For more information on Cooper Clinic Nutrition Services, visit or call 972.560.2655.

Article provided by Patty Kirk, RDN, LD, and Meridan Zerner, MS, RDN, CSSD, LD

Categories: Cooper Updates

Reach For These Healthier TV Dinners

September 8, 2017 Leave a comment

When you think of TV dinners, you likely think of meals packed full of sodium and fat. Today, that doesn’t have to be the case. With so many people choosing to make healthier food choices, many companies offer healthier frozen meal options.

Our Cooper Clinic Nutrition Services team recommends sticking to the following guidelines when choosing a frozen meal:

  • Fiber
    • 3-5 g
  • Protein
    • 15-25 g
  • Saturated Fat
    • 3-4 g or less
  • Sodium
    • 400-600 mg or less

What TV dinners do our registered dietitian nutritionists choose when they’re looking for something quick and convenient? They provide their favorites below.

Patty Kirk, RDN, LD:

  • SmartMade™ by Smart Ones® Mexican Style Chicken Bowl
    • This delicious meal has 21 g protein, 6 g fiber and only 2.5 g saturated fat. You can also add another vegetable or fruit which boosts the fiber even more.
  • Evol Fire Grilled Chicken Poblano
    • This spicy and satisfying meal has 18 g protein, 8 g fiber and only 2 g saturated fat. To boost the protein even more, add a Light BabyBel Cheese. That adds 6 more grams of protein. Throw in some fruit or vegetables for even more fiber and nutrition.

Gillian Gatewood, RDN, LD, CNSC:

  • Luvo™ Chicken Chile Verde
    • I like this meal because it amps up the flavor while only having 490mg of sodium. It also boasts 6 g of dietary fiber, 25 g of protein and only 4 g of less favorable saturated fat. This steam-in-pouch meal always hits the spot and leaves me feeling satisfied. The calories (300 per meal) is a little low to meet my needs at a lunch or dinner, so I round those out by adding a healthy fat, such as 100 calorie pack Wholly Guacamole® or extra veggies.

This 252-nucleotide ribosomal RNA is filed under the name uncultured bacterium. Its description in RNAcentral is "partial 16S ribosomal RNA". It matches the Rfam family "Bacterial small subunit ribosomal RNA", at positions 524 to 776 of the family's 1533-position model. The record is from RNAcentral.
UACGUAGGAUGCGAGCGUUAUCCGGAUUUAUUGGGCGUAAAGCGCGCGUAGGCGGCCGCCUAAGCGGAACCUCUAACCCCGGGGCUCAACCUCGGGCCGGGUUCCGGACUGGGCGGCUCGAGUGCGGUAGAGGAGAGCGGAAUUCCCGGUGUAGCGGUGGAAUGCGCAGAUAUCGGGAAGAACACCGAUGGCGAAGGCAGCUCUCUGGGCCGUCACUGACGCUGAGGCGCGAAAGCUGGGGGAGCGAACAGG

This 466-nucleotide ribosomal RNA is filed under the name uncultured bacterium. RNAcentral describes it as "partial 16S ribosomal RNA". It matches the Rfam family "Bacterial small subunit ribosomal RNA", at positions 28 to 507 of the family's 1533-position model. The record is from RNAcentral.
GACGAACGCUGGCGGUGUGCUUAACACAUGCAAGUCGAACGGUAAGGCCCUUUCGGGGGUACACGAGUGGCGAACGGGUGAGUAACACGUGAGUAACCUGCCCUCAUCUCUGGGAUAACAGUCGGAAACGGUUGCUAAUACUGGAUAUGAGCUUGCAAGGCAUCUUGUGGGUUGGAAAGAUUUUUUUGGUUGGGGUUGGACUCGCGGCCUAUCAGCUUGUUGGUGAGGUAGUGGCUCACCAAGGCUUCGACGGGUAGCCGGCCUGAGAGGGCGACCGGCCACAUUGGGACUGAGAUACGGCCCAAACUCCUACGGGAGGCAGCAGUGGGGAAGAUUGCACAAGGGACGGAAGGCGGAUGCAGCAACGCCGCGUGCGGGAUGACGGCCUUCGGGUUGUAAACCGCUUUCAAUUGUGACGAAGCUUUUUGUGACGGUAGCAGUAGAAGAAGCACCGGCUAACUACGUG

Elana Paddock, RDN, LD, CDE:

  • Eating Right™ Chicken with Peanut Sauce
    • This meal has lots of Asian flavor and consists of whole wheat linguine and a mix of sugar snap peas and carrots. The meal has 7 g fiber and 19 g protein. The sodium content of 500 mg is also lower than most frozen meals.
  • Healthy Choice® Café Steamers Four Cheese Ravioli and Chicken Marinara
    • This pasta is filled with ricotta and spinach and is high in flavor and low in unhealthy saturated fat (2.5 g). There’s a nice amount of chicken to round out the meal with 19 g of protein. Since there are fewer vegetables in this entrée, you can always pack a bag of raw carrots or sugar snap peas as a side.

Cynthanne Duryea, RDN, LD:

  • Luvo Chicken Chorizo Chili
    • This chili includes red and white beans topped with peppers and kale. The hearty soup contains only 260 calories, 1 g saturated fat and 340 mg sodium, which is quite low compared to other frozen meals. It also has a generous 13 g fiber and 18 g protein. To add volume and nutrients to this meal, add Greek yogurt and fruit.

Meridan Zerner, MS, RDN, CSSD, LD:

  • Kashi® Black Bean Mango Bowl
    • This meal is zippy, tasty and has 11 g of fiber! An added bonus? It contains 10 g of protein and 39 g of whole grains in each serving.

For more information about Cooper Clinic Nutrition Services, visit or call 972.560.2655.


Categories: Cooper Updates

Long Flight? Try These Simple, Yet Effective Exercises

September 1, 2017 Leave a comment

Whether you’re flying across the country or across the world, long flights can be tough on your body. Cooper Fitness Center Fitness Director and Professional Fitness Trainer Mary Edwards provides simple, yet effective, exercises you can do while in the air.

Movement Based

  • Walk around – try to obtain 5-10 minutes of standing or moving every hour you’re in flight.
  • Foot pumps – raise your foot up and down and side to side. Repeat on the other foot.
  • Foot circles – extend your leg and make circles with your ankle. Make sure you go both clockwise and counterclockwise.
  • Squats – Once the seatbelt sign goes off, stand up and complete some squats. Make sure to hold onto your seat for support.

Isometric Based

  • Squeeze a blanket or soft pillow between your knees. Complete five reps, 10-15 seconds each.